15 A “CASE” Structure S1 S2 C1 The 4 Independent Paths Covers: 8C125The 4 Independent Paths Covers:Path1: includes S1-C1-S2-S5Path2: includes S1-C1-C2-S3-S5Path3: includes S1-C1-C2-C3-S4-S5Path4: includes S1-C1-C2-C3-S5C23S396C3410S47S5A “CASE” Structure
16 A Simple Loop Structure Example with a LoopS11C14S32Linearly Independent Paths are:path1 : S1-C1-S3 (segments 1,4)path2 : S1-C1-S2-C1-S3 (segments 1,2,3,4)S23A Simple Loop Structure
17 Linearly Independent Set of Paths Consider path1, path2 and path3 as the Linearly Independent SetC121234561path1111S13path211C2path31115path411114S26Remember McCabe’s Cyclomatic number ?It is the same as linearly independent set of paths
18 Total # of Paths and Linearly Independent Paths Since for each binary decision, there are 2 paths andthere are 3 in sequence, there are 23 = 8 total “logical” pathspath1 : S1-C1-S2-C2-C3-S4path2 : S1-C1-S2-C2-C3-S5path3 : S1-C1-S2-C2-S3-C3-S4path4 : S1-C1-S2-C2-S3-C3-S5path5 : S1-C1-C2-C3-S4path6 : S1-C1-C2-C3-S5path7 : S1-C1-C2-S3-C3-S4path8 : S1-C1-C2-S3-C3-S5S11C123S24C256S3How many Linearly Independent paths are there?Using Cyclomatic number = 3 decisions +1 = 4One set would be:path1 : includes segments (1,2,4,6,9)path2 : includes segments (1,2,4,6,8)path3 : includes segments (1,2,4,5,7,9)path5 : includes segments (1,3,6,9)7C398S5S4
19 Combinations of Conditions Function of several related variablesTo fully test, we need all possible combinations (of equivalence classes)How to reduce testing:Coverage analysisAssess “important” (e.g. main functionalities) casesTest all pairs of relations (but not all combinations)
20 Unit Testing Unit Testing: Test each individual unit Usually done by the programmerTest each unit as it is developed (small chunks)Keep test cases/results around (use Junit or xxxUnit)Allows for regression testingFacilitates refactoringTests become documentation !!
21 Test-Driven development Write unit-test cases BEFORE the code !Tests cases “are” / “becomes” requirementsForces development in small stepsSteps:Write test case & codeVerify (it fails or runs)Modify code so it succeedsRerun test case, previous testsRefactor until (success and satisfaction)
22 When to stop testing ? Simple answer, stop when Other techniques: All planned test cases are executedAll those problems that are found are fixedOther techniques:Stop when you are not finding any more errorsDefect seeding -- test until all (or % of )the seeded bugs foundNOT -- when you ran out of time -- poor planning!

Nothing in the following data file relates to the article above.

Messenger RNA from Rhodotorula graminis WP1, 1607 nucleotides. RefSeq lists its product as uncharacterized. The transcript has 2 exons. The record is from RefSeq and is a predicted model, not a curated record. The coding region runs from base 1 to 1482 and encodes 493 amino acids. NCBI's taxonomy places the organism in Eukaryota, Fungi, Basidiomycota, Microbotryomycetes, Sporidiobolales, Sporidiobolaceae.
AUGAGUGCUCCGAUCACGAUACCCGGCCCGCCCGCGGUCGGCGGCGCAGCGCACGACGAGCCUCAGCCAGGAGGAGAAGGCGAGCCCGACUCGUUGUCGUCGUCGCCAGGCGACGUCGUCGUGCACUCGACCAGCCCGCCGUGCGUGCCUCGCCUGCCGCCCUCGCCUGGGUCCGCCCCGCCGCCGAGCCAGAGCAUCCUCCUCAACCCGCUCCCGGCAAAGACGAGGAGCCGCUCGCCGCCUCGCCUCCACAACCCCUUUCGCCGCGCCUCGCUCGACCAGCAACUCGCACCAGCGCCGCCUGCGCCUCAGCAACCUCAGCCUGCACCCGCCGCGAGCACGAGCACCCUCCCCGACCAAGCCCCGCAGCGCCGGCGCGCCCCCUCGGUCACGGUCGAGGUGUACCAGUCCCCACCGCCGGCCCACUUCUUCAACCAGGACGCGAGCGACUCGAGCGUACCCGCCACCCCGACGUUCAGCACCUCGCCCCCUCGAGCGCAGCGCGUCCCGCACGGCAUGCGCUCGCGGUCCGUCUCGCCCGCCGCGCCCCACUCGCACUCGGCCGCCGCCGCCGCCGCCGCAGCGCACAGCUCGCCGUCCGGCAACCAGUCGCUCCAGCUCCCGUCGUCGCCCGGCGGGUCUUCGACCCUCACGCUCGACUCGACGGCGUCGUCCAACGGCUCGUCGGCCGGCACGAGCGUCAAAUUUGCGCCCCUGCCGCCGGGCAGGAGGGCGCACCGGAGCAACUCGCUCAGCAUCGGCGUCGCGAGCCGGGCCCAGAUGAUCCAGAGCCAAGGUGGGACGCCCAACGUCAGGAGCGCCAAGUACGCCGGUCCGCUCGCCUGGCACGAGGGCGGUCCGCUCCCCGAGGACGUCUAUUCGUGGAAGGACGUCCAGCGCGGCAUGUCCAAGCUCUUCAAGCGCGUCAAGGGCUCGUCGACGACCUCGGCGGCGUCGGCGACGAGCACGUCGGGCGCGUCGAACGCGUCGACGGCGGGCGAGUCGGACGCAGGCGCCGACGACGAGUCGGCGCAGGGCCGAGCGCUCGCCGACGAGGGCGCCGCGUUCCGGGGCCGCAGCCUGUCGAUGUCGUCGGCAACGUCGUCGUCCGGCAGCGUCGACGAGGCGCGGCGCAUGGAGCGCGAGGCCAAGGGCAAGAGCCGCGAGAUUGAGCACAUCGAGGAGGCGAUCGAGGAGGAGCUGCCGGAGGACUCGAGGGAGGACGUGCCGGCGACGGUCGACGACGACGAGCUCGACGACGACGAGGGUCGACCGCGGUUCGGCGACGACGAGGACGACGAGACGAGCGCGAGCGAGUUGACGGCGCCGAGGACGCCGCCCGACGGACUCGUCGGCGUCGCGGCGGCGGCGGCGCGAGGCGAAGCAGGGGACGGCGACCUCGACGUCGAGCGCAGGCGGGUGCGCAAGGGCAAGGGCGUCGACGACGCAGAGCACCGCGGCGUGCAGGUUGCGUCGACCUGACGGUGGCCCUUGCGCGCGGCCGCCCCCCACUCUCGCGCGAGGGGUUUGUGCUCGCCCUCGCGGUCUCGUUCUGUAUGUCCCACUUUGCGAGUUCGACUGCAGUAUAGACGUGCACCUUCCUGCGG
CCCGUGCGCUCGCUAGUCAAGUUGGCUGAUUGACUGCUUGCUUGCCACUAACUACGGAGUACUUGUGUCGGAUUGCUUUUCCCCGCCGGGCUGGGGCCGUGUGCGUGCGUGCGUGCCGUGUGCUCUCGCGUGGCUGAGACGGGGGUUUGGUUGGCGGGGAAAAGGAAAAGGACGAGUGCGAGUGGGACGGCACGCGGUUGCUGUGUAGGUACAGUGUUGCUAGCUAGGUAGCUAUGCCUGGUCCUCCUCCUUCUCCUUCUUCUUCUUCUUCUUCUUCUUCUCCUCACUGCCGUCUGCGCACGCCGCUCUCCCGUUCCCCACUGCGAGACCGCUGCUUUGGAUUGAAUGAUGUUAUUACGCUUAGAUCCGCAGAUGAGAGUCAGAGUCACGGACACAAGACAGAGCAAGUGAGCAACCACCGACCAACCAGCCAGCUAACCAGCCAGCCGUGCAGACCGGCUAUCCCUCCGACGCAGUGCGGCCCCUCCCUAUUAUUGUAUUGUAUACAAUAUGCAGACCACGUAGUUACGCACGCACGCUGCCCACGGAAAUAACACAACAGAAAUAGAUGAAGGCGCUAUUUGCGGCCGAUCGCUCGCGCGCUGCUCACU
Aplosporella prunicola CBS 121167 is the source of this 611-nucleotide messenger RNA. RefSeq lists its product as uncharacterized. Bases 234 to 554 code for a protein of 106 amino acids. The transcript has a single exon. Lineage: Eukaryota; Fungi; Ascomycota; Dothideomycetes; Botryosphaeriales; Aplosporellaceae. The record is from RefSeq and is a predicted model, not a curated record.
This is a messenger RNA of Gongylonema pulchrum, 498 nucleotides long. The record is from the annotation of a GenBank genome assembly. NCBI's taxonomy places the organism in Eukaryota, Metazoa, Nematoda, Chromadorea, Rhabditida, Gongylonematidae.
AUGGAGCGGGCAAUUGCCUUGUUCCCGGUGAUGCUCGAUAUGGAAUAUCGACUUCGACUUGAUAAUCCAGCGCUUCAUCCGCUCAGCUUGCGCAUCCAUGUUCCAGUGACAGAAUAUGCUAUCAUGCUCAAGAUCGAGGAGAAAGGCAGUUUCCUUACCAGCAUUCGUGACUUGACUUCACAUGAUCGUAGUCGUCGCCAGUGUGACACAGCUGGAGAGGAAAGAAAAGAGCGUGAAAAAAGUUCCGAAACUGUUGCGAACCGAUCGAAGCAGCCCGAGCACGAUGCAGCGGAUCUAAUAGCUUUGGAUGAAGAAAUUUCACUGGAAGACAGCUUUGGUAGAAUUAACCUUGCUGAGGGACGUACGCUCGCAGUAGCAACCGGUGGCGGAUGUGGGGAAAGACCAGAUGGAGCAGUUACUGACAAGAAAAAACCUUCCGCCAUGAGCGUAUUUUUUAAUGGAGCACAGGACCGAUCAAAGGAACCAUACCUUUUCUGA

23 Defect Seeding Seed the program (component) Generate and scatter with “x” number of bugs &do not tell the testers.- set a % (e. g. 95%) of seed bugs found as stopping criteriaSuppose “y” number of the “x” seed bugs are foundIf (y/x) > (stopping percentage); stop testingIf (y/x) ≤ (stopping percentage), keep on testingGet a feel of how many bugs may still remain:Suppose you discovered “u” non-seeded bugs through testingSet y/x = u/v ; v = (u * x)/yThen there is most likely (v-u) bugs still left in the software.
24 Problem Find Rate y = ae-bx Class of curves # of ProblemsFound per hourTime (x)Day1Day2Day3Day4Day5Decreasing Problem Find Rate
25 Inspections and Reviews Review: any process involving human testers reading and understanding a document and then analyzing it with the purpose of detecting errorsWalkthrough: author explaining document to team of peopleSoftware inspection: detailed reviews of work in progress, following Fagan’s method.
26 Software Inspections Focused on finding defects Steps: Output: list of defectsTeam of:3-6 peopleAuthor includedPeople working on related effortsModerator, reader, scribeSteps:PlanningOverviewPreparationInspectionReworkFollow-Up
27 Inspections vs Testing Partially Cost-effectiveCan be applied to intermediate artifactsCatches defects earlyHelps disseminate knowledge about project and best practicesTestingFinds errors cheaper, but correcting them is expensiveCan only be applied to codeCatches defects late (after implementation)Necessary to gauge quality
28 Formal MethodsMathematical techniques used to prove that a program worksUsed for requirements/design/algorithm specificationProve that implementation conforms to specPre and Post conditionsProblems:Require math trainingNot applicable to all programsOnly verification, not validationNot applicable to all aspects of program (e.g. UI or maintainability)
29 Static AnalysisExamination of static structures of design/code for detecting error-prone conditions (cohesion --- coupling)Automatic program tools are more usefulCan be applied to:Intermediate documents (but in formal model)Source codeExecutable filesOutput needs to be checked by programmer